Persuasions #15, 1993                                                                                                                                            Pages 46-52



The Crofts and the Art of Suggestion in Persuasion:

A Speculation



Department of English, Western Kentucky University, Bowling Green, KY


It is a truth universally acknowledged that Jane Austen’s original ending of Persuasion was a bad idea and that the revised ending is a vast improvement.  And, Brian Southam (97) and Mary Lascelles (38), among others, conjecture that Jane Austen might have revised Persuasion further if she had lived.  In a letter to Fanny Knight on 13 March 1817, Jane Austen wrote: “I have a something ready for Publication, which may perhaps appear about a twelvemonth hence” (Letters 484).  In this reference to the novel that was eventually to be called Persuasion, the use of “perhaps” and “a twelvemonth hence” suggests that Jane Austen might have put the manuscript aside for a time, thought about it, worked on it further, and perhaps have made additional revisions before it was ready for the publisher.  She might, for example, have done something more with the rather awkward introduction of Mrs. Smith.  She might have clarified further the Mrs. Clay-Mr. Elliot relationship.  In any case, it is reasonable, considering Jane Austen’s usual practice of careful revision, to see Persuasion as an unfinished novel.

It is also tempting to consider the possibility that the cancelled chapter may have represented her original intentions for the conclusion and further that she may have been preparing for that conclusion in the earlier chapters of the novel.  That is the speculation I wish to pursue.

The cancelled chapter seems to be a setup to bring Anne and Wentworth together without their prior knowledge.  Admiral Croft is insistent that Anne visit Mrs. Croft even though Anne makes a concerted effort to decline.  He blatantly lies when he asserts that no one else is present, he forces Anne and Wentworth to remain together after he leaves them, and he insists that Wentworth broach with Anne the subject that leads to their reconciliation.

This is a delightful scene, especially in the comic presentation of Admiral and Mrs. Croft.  But it is totally out of keeping with the characters of Anne and Wentworth as they have been presented earlier.  It is also unflattering to them both and particularly unsatisfactory in that neither Anne nor Wentworth is responsible for their reconciliation.  Instead of acting for themselves, as they do in the revision, they are ploys for the manipulation of Admiral and Mrs. Croft.  But, for all its shortcomings, the scene suggests some tempting possibilities, among them, a conspiracy of sorts on the part of the Crofts to bring Anne and Wentworth together.  And assuming that this conspiracy may have been Jane Austen’s intention from the beginning, the scene suggests several other possibilities.  It suggests that Jane Austen may have been preparing for the Crofts’ role in the reunion earlier in the novel.  It suggests that Admiral and Mrs. Croft would have known of Wentworth’s unhappy experience seven years earlier.  Indeed, since they are family, it is highly improbable that they would not have known.  And it suggests that Admiral and Mrs. Croft, without Wentworth’s knowledge and certainly without his consent, have been busy, subtly and indirectly, from their first appearance in the novel, exploring the possibility of a reconciliation and attempting, by hints, indirect comments, prodding, and casually planted nudges, to bring about that reconciliation.  A number of scenes in Persuasion may be read in a way that suggests this gentle conspiracy.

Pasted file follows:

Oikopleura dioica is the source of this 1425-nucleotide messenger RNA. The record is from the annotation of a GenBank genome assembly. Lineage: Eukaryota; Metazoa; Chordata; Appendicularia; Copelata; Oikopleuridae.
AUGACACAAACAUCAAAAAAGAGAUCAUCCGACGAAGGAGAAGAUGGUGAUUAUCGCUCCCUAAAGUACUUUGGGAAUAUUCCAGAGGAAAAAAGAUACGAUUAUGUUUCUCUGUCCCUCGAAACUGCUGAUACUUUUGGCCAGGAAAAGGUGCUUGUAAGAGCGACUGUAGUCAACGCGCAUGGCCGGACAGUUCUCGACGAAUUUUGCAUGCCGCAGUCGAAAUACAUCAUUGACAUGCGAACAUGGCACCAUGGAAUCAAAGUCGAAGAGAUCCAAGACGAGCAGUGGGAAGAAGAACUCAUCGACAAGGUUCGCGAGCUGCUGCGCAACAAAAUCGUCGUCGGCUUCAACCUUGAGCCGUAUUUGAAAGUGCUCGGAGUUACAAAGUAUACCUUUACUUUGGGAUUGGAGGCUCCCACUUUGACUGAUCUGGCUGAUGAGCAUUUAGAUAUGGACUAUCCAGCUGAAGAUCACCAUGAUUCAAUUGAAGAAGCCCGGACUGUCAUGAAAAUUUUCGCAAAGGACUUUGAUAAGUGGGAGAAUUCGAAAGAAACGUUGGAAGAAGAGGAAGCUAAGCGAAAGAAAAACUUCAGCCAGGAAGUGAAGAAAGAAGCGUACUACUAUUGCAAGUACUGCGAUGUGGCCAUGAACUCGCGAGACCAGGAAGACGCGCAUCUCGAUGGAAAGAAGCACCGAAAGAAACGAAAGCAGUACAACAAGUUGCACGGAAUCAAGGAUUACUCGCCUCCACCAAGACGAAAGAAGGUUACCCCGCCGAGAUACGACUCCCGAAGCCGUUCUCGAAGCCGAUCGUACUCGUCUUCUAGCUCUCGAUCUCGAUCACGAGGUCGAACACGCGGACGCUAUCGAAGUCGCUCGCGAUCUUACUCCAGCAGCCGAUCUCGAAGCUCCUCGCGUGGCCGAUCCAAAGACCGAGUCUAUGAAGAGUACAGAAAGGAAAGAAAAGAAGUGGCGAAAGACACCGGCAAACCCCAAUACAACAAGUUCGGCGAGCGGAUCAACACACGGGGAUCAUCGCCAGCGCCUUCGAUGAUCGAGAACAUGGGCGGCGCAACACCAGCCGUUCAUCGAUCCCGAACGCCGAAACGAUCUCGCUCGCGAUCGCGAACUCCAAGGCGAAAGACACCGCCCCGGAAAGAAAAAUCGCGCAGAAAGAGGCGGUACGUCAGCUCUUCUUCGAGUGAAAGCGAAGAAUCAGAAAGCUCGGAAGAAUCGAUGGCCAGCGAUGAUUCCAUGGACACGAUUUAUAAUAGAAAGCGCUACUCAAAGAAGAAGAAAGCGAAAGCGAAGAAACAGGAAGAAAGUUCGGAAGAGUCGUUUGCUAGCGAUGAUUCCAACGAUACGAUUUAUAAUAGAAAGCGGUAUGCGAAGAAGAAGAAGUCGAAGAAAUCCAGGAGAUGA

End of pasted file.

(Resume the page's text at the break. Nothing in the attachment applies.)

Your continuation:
Anne Elliot is right in her judgment about almost everyone in Persuasion – in her initial intuition about Mr. Elliot, in her respect and admiration for the Crofts’ marriage, in her reaction to the Harvilles’ happy home, and in her quiet sense of shame about the ostentation and chilling air of superiority of Sir Walter and Elizabeth.  But she is not right about everything.  As she learns from Wentworth after their reconciliation, she had been wrong about his apparent interest in Louisa and wrong in her conviction that he had ceased to love only her.  And she may also be wrong, in her first meeting with the Crofts, in her satisfaction that they know nothing about her earlier relationship with Captain Wentworth.  Anne is pleased with her first impression of Mrs. Croft, “especially, as she had satisfied herself in the very first half minute … that there was not the smallest symptom of any knowledge or suspicion on Mrs. Croft’s side, to give a bias of any sort” (49).  In fact, the Crofts may be read in their first meeting with Anne as feeling her out, as reconnoitering, in their ambiguous and perhaps exploratory comments.  In this first meeting Anne is shocked and embarrassed when Mrs. Croft suddenly says to her: “ It was you, and not your sister, I find, that my brother had the pleasure of being acquainted with, when he was in this country’ ” (49).  She is further struck when Mrs. Croft is referring to Mister and not Captain Wentworth.  She then hears Admiral Croft tell Mary that he and his wife are expecting her brother to visit them, with the additional remark: “ ‘I dare say you know him by name’ ” (49).  Which brother is left unclear.  Of course, the Crofts may simply be making polite conversation.  But if there is a conspiracy of sorts between the Crofts regarding Anne and Wentworth, these brief and ambiguous remarks may be read as the Crofts’ early efforts to test the waters, to introduce a delicate subject and then watch for a response from Anne.